By Mary Schrott, Senior Staff Writer
The oldest candidate in this year’s U.S. presidential election, Sen. Bernie Sanders of Vermont, is appealing to the growing population of young voters by campaigning for reform on a key millennial issue: student debt.
In 2015, national student loan debt reached a record high of $1.2 trillion, which is an 84 percent increase since the 2008 to 2014 recession, according to CNN Money.
Sanders promised to make college tuition at undergraduate public universities free with the “College for All Act” he introduced in May 2015.
Miami is a publicly funded state institution and would be affected by Sanders’s proposed legislation, if it were to pass.
David Creamer, Miami’s treasurer and vice president for finance and business services, says it’s difficult to predict what would happen to the university.
“It might be misleading to assume that everything that is offered today in each state — at least the tuition portion — would simply go away,” Creamer said.
Junior Cody Philips supports Sanders and his plan, but agrees that it’ll be tough to carry out.
“The way [Sanders] wants to pay for [tuition] is with taxes on the 1 percent, which would be really hard to pass,” said Philips. “The end-all be-all is that people need education.”
Philips said, at Miami, the idea may have even more trouble catching on because some at the school don’t need to worry about footing the bill themselves.
“Some people don’t try at all because they already know they are going to run their father’s company one day,” Philips said. “We are a very wealthy university with a high average income. Nobody thinks of the actual cost of what they are paying.”
According to the Office of Institutional Research, 29 percent of the 2019 class has an annual household income of more than $200,000 — which puts those families in the top 5 percent of American households, according to CNN Money.
“Less students [at Miami] are personally involved with how they pay for tuition,” Creamer said. “Though tuition is an issue that may affect less students here, that doesn’t mean we shouldn’t be concerned.”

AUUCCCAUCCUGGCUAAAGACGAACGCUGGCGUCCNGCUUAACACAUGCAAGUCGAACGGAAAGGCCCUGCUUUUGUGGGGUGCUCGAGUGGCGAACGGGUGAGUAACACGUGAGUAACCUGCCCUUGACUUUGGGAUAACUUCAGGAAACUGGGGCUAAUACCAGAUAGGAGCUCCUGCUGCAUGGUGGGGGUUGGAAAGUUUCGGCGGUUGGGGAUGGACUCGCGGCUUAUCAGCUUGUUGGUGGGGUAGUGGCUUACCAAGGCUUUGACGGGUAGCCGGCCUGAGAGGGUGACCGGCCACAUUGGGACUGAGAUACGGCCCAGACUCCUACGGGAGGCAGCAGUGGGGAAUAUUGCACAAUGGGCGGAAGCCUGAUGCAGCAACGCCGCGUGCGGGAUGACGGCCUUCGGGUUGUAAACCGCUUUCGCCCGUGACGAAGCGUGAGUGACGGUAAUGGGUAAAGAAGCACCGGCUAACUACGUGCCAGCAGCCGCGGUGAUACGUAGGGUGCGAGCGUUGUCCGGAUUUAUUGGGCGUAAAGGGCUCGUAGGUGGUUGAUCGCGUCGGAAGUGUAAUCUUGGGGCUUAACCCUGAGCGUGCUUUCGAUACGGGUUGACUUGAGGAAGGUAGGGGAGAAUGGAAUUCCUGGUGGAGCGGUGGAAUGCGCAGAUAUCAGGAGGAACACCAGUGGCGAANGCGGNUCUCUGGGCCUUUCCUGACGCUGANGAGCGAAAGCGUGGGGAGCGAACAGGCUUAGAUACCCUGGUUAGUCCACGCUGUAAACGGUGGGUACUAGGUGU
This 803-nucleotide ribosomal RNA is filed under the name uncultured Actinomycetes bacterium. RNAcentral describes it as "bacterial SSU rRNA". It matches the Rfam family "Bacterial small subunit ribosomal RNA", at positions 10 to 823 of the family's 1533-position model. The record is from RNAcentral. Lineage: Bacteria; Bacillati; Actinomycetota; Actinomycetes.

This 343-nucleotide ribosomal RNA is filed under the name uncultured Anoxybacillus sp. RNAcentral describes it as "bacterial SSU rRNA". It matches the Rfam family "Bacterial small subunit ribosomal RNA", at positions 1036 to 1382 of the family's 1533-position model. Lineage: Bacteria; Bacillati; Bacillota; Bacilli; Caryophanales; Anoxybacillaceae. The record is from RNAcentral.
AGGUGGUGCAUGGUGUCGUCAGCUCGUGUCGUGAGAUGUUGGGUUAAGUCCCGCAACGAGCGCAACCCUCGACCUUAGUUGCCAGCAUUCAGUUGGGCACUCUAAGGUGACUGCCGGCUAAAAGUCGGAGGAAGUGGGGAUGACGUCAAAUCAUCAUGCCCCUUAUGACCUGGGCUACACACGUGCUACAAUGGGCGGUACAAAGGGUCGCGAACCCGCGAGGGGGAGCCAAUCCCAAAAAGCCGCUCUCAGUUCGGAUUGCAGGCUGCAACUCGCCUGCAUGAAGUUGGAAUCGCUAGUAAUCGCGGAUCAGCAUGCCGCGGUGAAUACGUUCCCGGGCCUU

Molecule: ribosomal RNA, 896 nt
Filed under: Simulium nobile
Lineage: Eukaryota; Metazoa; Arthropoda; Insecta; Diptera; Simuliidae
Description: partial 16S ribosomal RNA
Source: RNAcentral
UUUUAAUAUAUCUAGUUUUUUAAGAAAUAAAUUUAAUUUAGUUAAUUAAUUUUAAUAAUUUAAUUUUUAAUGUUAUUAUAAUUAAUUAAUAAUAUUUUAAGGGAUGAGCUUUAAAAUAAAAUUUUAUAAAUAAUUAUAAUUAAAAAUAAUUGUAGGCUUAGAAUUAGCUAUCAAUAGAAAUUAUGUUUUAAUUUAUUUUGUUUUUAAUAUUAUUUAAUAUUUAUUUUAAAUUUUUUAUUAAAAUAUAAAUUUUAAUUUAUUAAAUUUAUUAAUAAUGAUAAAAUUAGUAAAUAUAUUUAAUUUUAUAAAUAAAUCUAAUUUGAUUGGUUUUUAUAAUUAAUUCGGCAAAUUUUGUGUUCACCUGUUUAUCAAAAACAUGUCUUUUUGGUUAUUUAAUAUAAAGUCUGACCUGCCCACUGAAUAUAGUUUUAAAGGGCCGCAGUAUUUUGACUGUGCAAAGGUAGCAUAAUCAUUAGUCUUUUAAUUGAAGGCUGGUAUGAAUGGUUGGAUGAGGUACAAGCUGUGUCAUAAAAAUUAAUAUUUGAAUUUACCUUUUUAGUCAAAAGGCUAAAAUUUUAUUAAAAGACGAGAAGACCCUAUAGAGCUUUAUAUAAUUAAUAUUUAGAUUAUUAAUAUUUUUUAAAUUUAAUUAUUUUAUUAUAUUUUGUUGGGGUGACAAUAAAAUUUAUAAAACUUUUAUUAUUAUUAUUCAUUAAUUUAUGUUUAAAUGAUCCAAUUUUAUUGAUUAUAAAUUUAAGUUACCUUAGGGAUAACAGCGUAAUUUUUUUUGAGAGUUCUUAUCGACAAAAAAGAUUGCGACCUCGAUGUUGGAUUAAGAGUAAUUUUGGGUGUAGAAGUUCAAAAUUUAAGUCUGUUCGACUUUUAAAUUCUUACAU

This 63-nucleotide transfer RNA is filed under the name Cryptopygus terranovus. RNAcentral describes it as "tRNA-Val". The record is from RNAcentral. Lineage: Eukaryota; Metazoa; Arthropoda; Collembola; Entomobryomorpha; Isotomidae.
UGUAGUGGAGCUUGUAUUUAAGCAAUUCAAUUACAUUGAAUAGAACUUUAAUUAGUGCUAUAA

Creamer justifies Miami’s price by the quality of education and university experience offered to students. Upholding Miami’s prestige thus plays into some of Creamer’s concern surrounding free public undergraduate education.
“Affordable education is important but the quality of it is as important,” Creamer said. “Free goods are sometimes free because they just aren’t very good.”
Brent Shock, assistant vice president of student financial aid and bursar offices, said he is concerned students may become less dedicated to their education if offered free tuition.
“There’s something to be said for when you’re paying for something yourself or you are intimately related to the person paying for you,” Shock said. “It’s a different mindset when you’ve got skin in the game.”
Shock, who graduated from Miami in 1992, not only works with students with financial need but experienced student debt himself.
“I came from a very poor family,” Shock said.
After a year-and-a-half living at home after graduation, Shock paid off his $13,500 in college debt and came back to work for Miami.
Shock says Miami students are persistent about graduating on time, which lessens student debt.
The 53 percent of Miami students who graduated last year with debt is low compared to the 70 percent of national bachelor degree-earning students who graduated with loans, Shock said.
While Shock is uncertain how Sanders’ plan will provide free tuition, he agrees with several of the senator’s proposals, like stopping the federal government from profiting on student loans and substantially cutting student loan interest rates.
Creamer, who paid for his own undergraduate tuition at Ohio University by working nights at a hotel desk, said higher education must be made more affordable. And, many voters agree.
Sanders’ movement toward lowering costs of higher education is one of the reasons he is popular with young voters, Philips said.
“So many millennials like him because we realize it’s not easy to pay your way through college anymore,” Philips said. “This is a once-in-a-lifetime opportunity to elect someone like this. He’s got some great plans.”